Clewiston, FL – U.S. Sugar, in a partnership with Texas A&M AgriLife Research, today announced a significant step forward in research efforts fighting diseases impacting food crops, including citrus greening. Early-stage research has demonstrated promise in rapidly-culturing and propagating fastidious pathogens and microbes including those that cause citrus greening, a disease that has devastated the Florida citrus industry, and enabling testing a broad range of antimicrobial solutions.
“This cutting edge research allows us to more efficiently and cost-effectively find a workable defense against fastidious pathogens and microbes like citrus greening in Florida,” said Dan Casper, President of Southern Gardens Citrus, a wholly-owned subsidiary of U.S. Sugar. “We look forward to continuing work with AgriLife Research’s scientists with the goal of bringing an effective product to market one day soon.”
Led by Dr. Kranthi Mandadi at the Texas A&M AgriLife Research Center in Weslaco, Texas, the continuing research using this patent-pending invention is focused on developing and utilizing a versatile microbial hairy root-based system to cultivate pathogens that are otherwise very difficult to culture and study.
This system affords researchers and industry opportunities for much faster (four times or greater) screening. The platform is versatile and can be utilized to screen antimicrobials based on various strategies, which include but not limited to testing:
- Transgenic methods
- Gene editing methods
- RNAi molecules
- Antibiotics and active ingredients
- Other plant protection compounds and biologicals
Conventional screening methods in citrus typically take 1 to 2 years for screening chemistries and several years for transgenics and gene editing trials. These slow, conventional methods delay, impair, and prevent R&D from reaching commercial viability. Most of these strategies and potential therapies can now be screened in a much higher throughput and timely manner by utilizing Texas A&M AgriLife Research’s microbial hairy root platform.
U.S. Sugar continues to develop other solutions with Texas A&M AgriLife Research and other research organizations that may be helpful in the fight against citrus greening. These research solutions to citrus greening have been advancing on several tracks–including Genetically Engineered (GE) field trials, a permanent but longer-range solution, and several shorter-term solutions including CTVvv. Like GE, CTVvv involves introducing spinach defensins or proteins to help fight citrus greening in trees without genetically modifying the tree.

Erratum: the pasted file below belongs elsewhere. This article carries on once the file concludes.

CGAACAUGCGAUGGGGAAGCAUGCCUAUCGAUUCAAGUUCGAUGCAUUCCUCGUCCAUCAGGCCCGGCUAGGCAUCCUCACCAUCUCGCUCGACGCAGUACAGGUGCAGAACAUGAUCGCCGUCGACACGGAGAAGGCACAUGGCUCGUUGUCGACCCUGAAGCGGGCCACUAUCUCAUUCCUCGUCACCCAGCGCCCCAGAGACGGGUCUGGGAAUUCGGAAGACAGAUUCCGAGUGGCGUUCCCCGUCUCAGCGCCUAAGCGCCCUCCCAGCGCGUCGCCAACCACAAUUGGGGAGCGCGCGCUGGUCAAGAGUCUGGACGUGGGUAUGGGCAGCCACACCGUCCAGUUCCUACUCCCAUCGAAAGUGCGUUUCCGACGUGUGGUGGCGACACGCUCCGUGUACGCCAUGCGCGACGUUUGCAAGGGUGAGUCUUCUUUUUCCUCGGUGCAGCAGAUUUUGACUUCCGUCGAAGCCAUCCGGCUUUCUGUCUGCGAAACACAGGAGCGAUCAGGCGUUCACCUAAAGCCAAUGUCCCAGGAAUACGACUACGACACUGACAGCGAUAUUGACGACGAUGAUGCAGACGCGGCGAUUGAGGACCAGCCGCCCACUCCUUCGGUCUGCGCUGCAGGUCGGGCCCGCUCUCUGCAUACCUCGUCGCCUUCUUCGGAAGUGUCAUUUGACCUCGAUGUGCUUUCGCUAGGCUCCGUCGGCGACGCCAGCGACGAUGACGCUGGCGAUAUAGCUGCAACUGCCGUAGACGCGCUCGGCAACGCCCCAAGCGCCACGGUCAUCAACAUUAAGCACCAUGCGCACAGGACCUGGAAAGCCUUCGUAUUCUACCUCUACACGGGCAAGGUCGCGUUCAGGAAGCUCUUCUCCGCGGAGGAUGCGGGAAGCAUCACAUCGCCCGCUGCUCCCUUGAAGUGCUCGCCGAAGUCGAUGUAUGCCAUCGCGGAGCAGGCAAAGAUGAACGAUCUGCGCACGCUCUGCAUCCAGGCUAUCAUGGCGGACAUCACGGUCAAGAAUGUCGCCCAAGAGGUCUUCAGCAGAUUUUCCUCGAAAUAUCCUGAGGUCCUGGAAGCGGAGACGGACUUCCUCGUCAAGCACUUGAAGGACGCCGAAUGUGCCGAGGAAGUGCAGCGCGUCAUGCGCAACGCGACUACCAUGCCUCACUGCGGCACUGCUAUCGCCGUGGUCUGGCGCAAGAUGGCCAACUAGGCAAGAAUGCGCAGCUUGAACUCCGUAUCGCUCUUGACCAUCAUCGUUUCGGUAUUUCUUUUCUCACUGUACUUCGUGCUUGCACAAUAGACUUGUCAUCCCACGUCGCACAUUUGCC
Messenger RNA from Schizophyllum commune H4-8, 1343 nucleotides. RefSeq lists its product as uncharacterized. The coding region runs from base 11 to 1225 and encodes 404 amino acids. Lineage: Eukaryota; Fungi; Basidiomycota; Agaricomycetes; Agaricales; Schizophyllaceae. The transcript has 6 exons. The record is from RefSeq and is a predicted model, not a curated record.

If you are interested in learning more about this technology, please contact Tim Eyrich, at 863-902-4304 or firstname.lastname@example.org.
About Southern Gardens Citrus
Southern Gardens Citrus is a leading provider of natural, pure, premium Florida orange juice for both popular brands and private labels. In addition to growing and processing our own oranges, we also process oranges from independent growers in South Florida. We can produce up to 90 million gallons annually, making us one of the largest suppliers of pure Florida orange juice nationwide.
About U.S. Sugar
U.S. Sugar is a Florida farming company that grows sugarcane, citrus, sweet corn and green breans. The company was founded in 1931 by a visionary leader who hailed from a long line of farmers. Since the beginning, our company’s success has been rooted in traditional farming values, respect for the land and continued investment in technology and innovation.
About Texas A&M AgriLife Research
Texas A&M AgriLife Research is the state’s premier research and technology development agency in agriculture, natural resources, and the life sciences. Headquartered in College Station, AgriLife Research has a statewide presence, with scientists and research staff on other Texas A&M University System campuses and at the 13 regional Texas A&M AgriLife Research and Extension Centers. AgriLife Research helps to improve the productivity, efficiency, and profitability of agriculture. At the same time, we focus on conserving natural resources and protecting the environment. Web: AgriLifeResearch.tamu.edu .
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